If design is a constructing of reality as argued in Chapter 5, then a computer system to support interpretation in non-routine design is a medium to facilitate such construction. The social construction of reality generally—of what we call the “real world” we all live in—takes place largely through the mediation of artifacts. Design as the design of artifacts (e.g., habitats) is therefore the construction of the artifacts through which reality is, in turn, constructed. The computer systems—as media for design—construct a reality in which this design can take place. In designing approaches (e.g., people-centered) to such systems, one is formulating a theory for building systems (e.g., Hermes), for providing representations (e.g., graphical design components, rationale issues), for designing artifacts (e.g., lunar habitats), for mediating the social construction of reality. This is an example of a high-level design task and illustrates the open-ended character of the tasks that human cognition sets for itself and that exceed the capability of the unaided individual mind.
Organizing perspectives on shared knowledge. Complex design tasks require collaboration. The design of lunar habitats, for instance, began in the 1960’s and may continue for one or more additional decades before the first lunar habitat is ever lived in. This design process relies upon many teams of professionals, from numerous fields of expertise. The teams that continue working over long periods of time change their membership. Designs pass from team to team, developing from requirements documents, to design concepts, to drawings for technical reviews, to mock ups, to construction, and so on. The designs change and earlier stages are iterated. Ideas, explorations, and rationale from one team or one design are reused in others or eventually forgotten.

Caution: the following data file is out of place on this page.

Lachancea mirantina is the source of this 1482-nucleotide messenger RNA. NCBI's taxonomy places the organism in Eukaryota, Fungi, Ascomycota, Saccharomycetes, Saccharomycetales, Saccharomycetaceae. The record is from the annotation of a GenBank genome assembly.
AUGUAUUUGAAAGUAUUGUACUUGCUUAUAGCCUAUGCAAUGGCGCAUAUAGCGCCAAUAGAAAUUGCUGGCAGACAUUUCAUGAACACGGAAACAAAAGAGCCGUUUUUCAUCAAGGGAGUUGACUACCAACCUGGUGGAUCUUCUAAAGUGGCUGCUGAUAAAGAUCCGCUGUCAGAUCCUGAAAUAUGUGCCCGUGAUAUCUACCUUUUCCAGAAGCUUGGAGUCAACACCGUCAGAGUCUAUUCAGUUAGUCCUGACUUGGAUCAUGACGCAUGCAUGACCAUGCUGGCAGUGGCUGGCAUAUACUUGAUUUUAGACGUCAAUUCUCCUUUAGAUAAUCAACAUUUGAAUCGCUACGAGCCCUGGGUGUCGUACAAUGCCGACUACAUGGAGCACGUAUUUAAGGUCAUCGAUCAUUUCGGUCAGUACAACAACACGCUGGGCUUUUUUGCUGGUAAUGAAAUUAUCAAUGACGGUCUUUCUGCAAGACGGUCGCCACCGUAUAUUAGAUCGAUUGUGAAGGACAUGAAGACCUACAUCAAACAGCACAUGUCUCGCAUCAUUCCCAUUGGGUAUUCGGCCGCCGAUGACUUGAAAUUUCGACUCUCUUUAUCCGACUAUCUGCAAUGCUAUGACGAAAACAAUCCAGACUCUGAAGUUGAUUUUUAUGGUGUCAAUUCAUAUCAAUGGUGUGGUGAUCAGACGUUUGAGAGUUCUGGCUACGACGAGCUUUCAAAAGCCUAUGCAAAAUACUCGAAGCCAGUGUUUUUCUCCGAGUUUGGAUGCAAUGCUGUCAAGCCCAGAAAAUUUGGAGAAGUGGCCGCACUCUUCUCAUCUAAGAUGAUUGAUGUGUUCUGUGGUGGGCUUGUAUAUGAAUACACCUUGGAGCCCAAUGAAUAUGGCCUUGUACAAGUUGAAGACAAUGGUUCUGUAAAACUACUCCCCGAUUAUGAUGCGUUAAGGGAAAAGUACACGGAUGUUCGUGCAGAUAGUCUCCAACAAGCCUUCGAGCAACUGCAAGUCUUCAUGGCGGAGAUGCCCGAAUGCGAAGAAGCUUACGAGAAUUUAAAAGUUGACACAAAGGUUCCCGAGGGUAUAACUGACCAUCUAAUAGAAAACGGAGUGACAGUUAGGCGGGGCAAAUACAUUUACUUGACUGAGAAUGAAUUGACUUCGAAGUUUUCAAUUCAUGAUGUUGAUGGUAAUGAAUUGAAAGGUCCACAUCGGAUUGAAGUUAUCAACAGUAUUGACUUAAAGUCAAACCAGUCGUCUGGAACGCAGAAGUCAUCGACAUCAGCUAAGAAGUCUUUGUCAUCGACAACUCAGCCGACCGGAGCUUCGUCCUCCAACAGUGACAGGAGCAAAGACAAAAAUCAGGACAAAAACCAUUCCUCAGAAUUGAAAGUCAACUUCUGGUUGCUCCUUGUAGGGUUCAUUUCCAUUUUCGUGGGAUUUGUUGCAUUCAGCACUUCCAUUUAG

At one level of analysis, the design of lunar habitats is an unfathomably intricate social process involving hundreds of people, shifting political priorities, changing technologies, financial constraints, and management headaches. But at another level, each actual act of designing is ultimately carried out by an individual person. Some concrete individual must make the suggestion that the wardroom table be shaped a certain way. Other individuals must either agree with or argue against that decision. Each time an individual comes up with an idea or considers a proposal, an act of interpretation takes place. Such acts of interpretation are grounded in the interpreting person’s situation, perspective, and language. People are necessarily the cognitive atoms of collaborative design because only individual people can ground interpretation in intentionality. So the overall social process is dependent upon many individual perspectives interacting in a process of deliberation.